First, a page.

- The Idaho jury in the Lori Vallow murder trial heard a jail call between her and her sister.
- In the call, Vallow said that he deserved to be happy after the death of the children.
- Her sister called her selfish and demanded to know what happened to the children.
BOISE, Idaho— Lori Vallow, the doomsday preparer Accused of conspiring to murder two of her children, her husband, and her lover’s wife, she could be heard telling her sister in a phone call from jail that she did not deserve to be a lonely widow.
Vallow’s younger sister, Summer Shiflet, took the stand at his murder trial on Tuesday. The sisters’ call played by prosecutors was recorded in the summer of 2020 while Vallow was in an Idaho jail after police found the remains of her adopted son, 7-year-old JJ Vallow, and teenage sister. from her, Tylee Ryan.
“I had to get on with my life,” Vallow told Shiflet on the call, which appeared before an Ada County, Idaho, jury on Tuesday. “Trying to find happiness.”
Vallow’s children were unearthed on the Idaho property of chad tinkerbella doomsday prepper and preacher whom Vallow had married in November 2019, about two months after investigators believed their children were murdered.
In the emotional call, Shiflet expressed her anger towards her sister, calling her selfish and urging her to tell her what happened before the children’s deaths.
Also on the call, Shiflet begged her older sister to reconsider her feelings for Daybell, a former undertaker and apocalyptic novelist.
“Please consider that Chad has lied and he has been deceived and you have been deceived,” Shiflet told Vallow on the call. “There is nothing good in killing children!”
Vallow told his sister about his problems with the children.
According to witness testimony, Vallow believed in Daybell’s teachings about chosen souls living “multiple lives” and being spiritually inseparable despite death.
On the jail call, Vallow became self-pitying, outraged, and possessive when Shiflet became accusatory about his upbringing.
“No one sees me on the floor crying,” Vallow told her sister about what it was like to raise children. “Nobody knows what I’ve been through with my children who I love more than anything. Mine.”
“I’ve taken care of them all their lives. Me. Me,” Vallow said.
Vallow snapped at his sister’s suggestion that someone else could have provided enough care for Tylee, who had pancreatitis, and JJ, who was diagnosed with autism.
“We would have taken care of them,” Shiflet said through tears.
“That is what you think!” Vallow snapped back.
“I would have taken them in a heartbeat,” said Shiflet.
“You have no idea,” Vallow replied.
Vallow, wearing a cream shawl in court on Tuesday, listened to the call with her head cocked to the side as she sat among her lawyers. Shiflet wept on the dais.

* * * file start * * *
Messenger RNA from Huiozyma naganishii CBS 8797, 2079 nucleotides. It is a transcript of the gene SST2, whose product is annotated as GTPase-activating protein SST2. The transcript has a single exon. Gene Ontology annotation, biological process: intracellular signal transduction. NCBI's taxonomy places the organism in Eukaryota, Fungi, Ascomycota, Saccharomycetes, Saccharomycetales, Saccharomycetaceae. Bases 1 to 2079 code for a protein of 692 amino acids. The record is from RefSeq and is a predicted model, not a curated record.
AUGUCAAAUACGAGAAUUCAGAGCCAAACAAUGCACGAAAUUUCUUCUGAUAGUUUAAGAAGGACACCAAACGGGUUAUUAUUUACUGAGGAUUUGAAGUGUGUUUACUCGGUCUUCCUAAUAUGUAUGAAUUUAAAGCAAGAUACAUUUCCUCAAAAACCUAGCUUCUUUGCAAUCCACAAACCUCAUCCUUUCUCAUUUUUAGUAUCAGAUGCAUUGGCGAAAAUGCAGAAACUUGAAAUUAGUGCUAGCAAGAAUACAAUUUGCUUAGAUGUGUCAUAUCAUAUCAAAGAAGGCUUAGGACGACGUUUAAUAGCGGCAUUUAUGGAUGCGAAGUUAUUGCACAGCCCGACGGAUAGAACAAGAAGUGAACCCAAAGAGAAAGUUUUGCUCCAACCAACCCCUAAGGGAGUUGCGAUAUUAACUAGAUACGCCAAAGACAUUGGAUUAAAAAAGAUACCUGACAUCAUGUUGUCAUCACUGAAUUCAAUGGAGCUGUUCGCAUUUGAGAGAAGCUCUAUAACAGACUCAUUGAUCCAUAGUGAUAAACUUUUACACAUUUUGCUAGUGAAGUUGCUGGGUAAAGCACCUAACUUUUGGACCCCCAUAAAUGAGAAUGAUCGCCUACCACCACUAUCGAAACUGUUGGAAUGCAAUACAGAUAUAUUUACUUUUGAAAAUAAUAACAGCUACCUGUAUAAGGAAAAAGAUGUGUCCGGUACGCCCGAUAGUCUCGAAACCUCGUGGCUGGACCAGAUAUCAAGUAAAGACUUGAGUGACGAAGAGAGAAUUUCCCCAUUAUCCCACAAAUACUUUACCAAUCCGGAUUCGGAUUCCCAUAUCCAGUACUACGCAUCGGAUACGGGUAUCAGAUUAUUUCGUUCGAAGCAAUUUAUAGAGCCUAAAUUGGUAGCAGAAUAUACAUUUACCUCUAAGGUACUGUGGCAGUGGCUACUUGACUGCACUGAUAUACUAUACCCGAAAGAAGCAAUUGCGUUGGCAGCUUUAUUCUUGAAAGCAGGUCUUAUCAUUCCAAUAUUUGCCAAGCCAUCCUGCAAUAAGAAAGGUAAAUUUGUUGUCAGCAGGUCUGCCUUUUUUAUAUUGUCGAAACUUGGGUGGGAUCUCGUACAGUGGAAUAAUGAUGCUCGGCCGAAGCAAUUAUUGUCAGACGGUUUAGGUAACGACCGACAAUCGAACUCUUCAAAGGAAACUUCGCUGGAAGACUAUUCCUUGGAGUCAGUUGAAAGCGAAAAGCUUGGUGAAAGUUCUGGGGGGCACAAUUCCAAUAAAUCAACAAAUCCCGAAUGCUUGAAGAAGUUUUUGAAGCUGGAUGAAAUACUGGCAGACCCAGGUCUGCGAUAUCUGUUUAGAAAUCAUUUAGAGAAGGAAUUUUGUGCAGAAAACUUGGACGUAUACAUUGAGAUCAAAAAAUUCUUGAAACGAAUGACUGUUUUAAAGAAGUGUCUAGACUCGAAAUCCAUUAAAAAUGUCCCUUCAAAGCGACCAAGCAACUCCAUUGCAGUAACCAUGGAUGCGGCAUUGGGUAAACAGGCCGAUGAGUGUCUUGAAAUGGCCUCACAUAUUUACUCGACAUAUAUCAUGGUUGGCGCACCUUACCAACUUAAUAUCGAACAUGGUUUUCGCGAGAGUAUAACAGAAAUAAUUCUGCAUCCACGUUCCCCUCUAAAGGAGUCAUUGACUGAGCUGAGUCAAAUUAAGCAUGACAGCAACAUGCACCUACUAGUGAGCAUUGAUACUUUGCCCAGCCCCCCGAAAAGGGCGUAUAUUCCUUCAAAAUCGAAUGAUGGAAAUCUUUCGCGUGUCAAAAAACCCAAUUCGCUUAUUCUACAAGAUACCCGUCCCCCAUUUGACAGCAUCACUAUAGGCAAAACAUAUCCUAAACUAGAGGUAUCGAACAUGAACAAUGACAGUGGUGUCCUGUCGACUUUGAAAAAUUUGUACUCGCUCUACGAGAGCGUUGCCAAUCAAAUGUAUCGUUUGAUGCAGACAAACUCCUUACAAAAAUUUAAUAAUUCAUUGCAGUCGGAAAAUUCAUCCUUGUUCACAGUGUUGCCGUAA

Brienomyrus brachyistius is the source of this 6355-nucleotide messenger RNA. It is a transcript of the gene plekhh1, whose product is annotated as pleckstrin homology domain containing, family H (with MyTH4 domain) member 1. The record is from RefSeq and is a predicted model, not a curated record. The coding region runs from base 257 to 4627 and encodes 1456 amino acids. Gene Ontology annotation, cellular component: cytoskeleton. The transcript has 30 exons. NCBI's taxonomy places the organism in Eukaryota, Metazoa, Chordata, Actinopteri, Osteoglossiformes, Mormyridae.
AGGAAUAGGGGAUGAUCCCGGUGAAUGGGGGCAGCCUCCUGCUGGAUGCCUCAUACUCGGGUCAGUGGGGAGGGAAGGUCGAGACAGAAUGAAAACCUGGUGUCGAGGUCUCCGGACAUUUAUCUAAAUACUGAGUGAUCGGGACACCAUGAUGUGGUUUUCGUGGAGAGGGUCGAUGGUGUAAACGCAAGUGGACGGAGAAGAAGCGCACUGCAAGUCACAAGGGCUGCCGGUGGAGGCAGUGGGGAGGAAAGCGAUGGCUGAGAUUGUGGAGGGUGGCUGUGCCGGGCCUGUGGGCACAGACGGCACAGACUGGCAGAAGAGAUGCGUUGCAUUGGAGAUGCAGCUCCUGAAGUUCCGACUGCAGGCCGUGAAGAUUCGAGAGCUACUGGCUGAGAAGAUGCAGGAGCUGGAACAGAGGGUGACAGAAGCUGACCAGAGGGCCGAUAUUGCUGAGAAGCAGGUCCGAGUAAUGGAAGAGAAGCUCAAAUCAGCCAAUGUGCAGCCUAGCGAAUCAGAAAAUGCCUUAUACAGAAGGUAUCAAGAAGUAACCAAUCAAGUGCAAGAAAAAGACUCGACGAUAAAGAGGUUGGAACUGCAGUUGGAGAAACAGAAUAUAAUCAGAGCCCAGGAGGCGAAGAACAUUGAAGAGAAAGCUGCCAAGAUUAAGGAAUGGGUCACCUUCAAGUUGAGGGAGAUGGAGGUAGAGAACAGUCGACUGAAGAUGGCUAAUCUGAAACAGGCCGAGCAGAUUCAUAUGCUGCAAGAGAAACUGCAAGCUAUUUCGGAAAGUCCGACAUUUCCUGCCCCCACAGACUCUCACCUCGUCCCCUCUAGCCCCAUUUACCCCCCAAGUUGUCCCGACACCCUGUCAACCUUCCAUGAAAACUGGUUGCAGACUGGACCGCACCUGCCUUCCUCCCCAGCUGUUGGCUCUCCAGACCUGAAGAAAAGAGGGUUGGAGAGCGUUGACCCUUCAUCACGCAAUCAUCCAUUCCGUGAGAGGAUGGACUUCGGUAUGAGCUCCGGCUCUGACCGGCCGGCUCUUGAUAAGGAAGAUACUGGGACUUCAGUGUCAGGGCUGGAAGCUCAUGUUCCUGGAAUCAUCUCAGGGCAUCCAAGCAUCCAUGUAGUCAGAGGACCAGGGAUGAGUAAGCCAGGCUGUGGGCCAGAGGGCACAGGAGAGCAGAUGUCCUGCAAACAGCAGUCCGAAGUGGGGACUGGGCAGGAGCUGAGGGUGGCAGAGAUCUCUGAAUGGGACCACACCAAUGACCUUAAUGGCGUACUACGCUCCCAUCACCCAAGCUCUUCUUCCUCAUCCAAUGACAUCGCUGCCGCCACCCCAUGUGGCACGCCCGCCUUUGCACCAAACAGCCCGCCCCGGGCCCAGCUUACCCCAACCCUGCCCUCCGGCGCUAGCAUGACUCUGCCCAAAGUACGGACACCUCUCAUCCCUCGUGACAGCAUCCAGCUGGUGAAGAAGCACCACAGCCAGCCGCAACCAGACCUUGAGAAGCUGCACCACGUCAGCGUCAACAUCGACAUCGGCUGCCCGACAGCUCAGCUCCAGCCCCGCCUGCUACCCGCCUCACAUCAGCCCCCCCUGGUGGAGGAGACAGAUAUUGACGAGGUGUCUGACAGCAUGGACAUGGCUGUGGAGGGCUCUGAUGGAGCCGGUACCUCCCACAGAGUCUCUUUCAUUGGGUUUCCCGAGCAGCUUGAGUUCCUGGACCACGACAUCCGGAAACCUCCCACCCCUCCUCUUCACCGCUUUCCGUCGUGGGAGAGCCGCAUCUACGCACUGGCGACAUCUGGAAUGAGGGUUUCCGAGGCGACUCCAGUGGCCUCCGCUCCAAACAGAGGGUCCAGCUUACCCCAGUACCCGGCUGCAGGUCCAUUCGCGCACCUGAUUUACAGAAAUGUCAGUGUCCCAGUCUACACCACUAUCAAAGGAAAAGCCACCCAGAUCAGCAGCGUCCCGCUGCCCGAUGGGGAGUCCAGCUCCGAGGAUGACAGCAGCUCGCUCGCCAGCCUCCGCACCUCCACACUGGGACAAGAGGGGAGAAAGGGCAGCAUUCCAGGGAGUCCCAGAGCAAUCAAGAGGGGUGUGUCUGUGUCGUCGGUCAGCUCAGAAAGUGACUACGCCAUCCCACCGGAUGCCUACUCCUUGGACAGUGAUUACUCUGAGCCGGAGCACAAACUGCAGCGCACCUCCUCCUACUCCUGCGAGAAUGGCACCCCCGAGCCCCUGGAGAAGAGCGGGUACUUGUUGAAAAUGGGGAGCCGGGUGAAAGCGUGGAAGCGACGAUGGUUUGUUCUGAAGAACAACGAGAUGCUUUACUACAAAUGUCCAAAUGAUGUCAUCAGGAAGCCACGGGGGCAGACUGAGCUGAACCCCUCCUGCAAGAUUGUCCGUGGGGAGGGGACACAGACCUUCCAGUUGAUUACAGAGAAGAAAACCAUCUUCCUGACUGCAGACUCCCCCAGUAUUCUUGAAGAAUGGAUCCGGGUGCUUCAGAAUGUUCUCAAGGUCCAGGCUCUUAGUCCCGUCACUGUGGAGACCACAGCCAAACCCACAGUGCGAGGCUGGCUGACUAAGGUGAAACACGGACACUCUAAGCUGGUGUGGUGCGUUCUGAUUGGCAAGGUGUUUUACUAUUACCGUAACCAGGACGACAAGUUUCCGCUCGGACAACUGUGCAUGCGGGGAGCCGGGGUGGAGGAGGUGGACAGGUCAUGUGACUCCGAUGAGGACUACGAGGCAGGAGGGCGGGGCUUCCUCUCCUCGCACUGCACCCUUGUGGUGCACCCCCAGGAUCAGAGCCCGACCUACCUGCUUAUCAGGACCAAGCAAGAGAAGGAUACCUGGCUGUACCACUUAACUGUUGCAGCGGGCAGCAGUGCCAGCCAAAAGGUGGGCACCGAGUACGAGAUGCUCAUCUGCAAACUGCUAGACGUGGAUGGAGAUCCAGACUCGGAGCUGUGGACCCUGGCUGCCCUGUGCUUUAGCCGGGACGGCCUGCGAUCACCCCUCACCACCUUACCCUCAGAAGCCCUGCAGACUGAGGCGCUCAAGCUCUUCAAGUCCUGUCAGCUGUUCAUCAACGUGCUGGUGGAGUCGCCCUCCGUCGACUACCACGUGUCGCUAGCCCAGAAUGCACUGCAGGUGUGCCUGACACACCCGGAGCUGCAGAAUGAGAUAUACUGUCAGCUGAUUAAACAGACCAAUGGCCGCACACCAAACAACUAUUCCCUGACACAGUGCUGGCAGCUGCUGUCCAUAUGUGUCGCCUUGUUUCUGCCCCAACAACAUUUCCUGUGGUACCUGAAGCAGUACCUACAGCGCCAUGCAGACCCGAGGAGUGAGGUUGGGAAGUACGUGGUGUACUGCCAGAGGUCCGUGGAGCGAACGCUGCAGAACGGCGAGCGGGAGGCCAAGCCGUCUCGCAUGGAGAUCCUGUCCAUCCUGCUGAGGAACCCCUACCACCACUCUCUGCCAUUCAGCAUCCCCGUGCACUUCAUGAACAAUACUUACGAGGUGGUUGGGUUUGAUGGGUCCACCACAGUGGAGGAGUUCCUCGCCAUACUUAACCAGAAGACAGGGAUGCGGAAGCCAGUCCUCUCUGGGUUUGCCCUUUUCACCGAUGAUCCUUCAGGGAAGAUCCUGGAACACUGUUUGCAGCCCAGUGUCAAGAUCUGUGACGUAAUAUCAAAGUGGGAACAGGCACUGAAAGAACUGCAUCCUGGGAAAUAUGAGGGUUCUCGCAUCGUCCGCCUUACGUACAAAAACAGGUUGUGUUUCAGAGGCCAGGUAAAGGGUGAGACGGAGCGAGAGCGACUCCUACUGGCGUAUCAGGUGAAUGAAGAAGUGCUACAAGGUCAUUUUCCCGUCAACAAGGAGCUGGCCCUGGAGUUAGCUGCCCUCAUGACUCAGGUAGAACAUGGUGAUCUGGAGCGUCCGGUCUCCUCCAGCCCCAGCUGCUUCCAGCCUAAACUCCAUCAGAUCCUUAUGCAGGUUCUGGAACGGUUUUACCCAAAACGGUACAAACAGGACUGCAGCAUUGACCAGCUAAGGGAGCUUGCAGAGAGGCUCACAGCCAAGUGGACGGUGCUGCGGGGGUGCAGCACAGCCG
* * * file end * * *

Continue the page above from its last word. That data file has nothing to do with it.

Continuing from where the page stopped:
Throughout the brief call, Shiflet accused Vallow of doing “the most incredibly selfish thing I can think of.” She told her sister that she was sick to her stomach and that she was the only one “stupid enough” to be friends with her.
“If you told me the truth, I would defend you until the end of time,” Shiflet said.
Every time Shiflet asked Vallow to tell him what happened, Vallow said he couldn’t.
“I can’t talk about it,” Vallow said. “I’d love to.”
Shiflet expressed the pain he felt that Vallow did not tell him that his older brother, Alex Cox, had died. Before Cox’s December 2019 death, which she was ruled natural by the medical examiner, she conspired with Vallow in four murders, prosecutors say.
“I’m glad he’s gone if he was a part of this,” Shiflet told Vallow before adding that hiding the news “caused pain in our whole family.”
“That was never my intention,” Vallow said.
Earlier that day, an FBI agent testified that he traced Cox’s cellphone to the grave locations of JJ and Tylee on nights in September 2019 who authorities believe were murdered.
Under cross-examination, Vallow’s defense attorney, Jim Archibald, questioned Shiflet about the childhood he shared with Vallow, who grew up in sunny Southern California in a church-going family of five.
Shiflet told the jury that she and Vallow were very close, but after 2018 her sister’s new religious beliefs worried her.
“We had a good family,” Shiflet said. “We had problems, but we had a lot of fun.”
On the call from jail, Vallow protested to his sister that the press had misinterpreted her as a monster.
“Everyone sees what’s on TV, that’s all,” Vallow said.
Sounding angry, Shiflet reminded Vallow that she and Daybell were filmed in Hawaii “dancing on a beach” in November 2019 after their children were “thrown away like trash.”
“Nobody knows,” Vallow said. “I’m sorry honey.”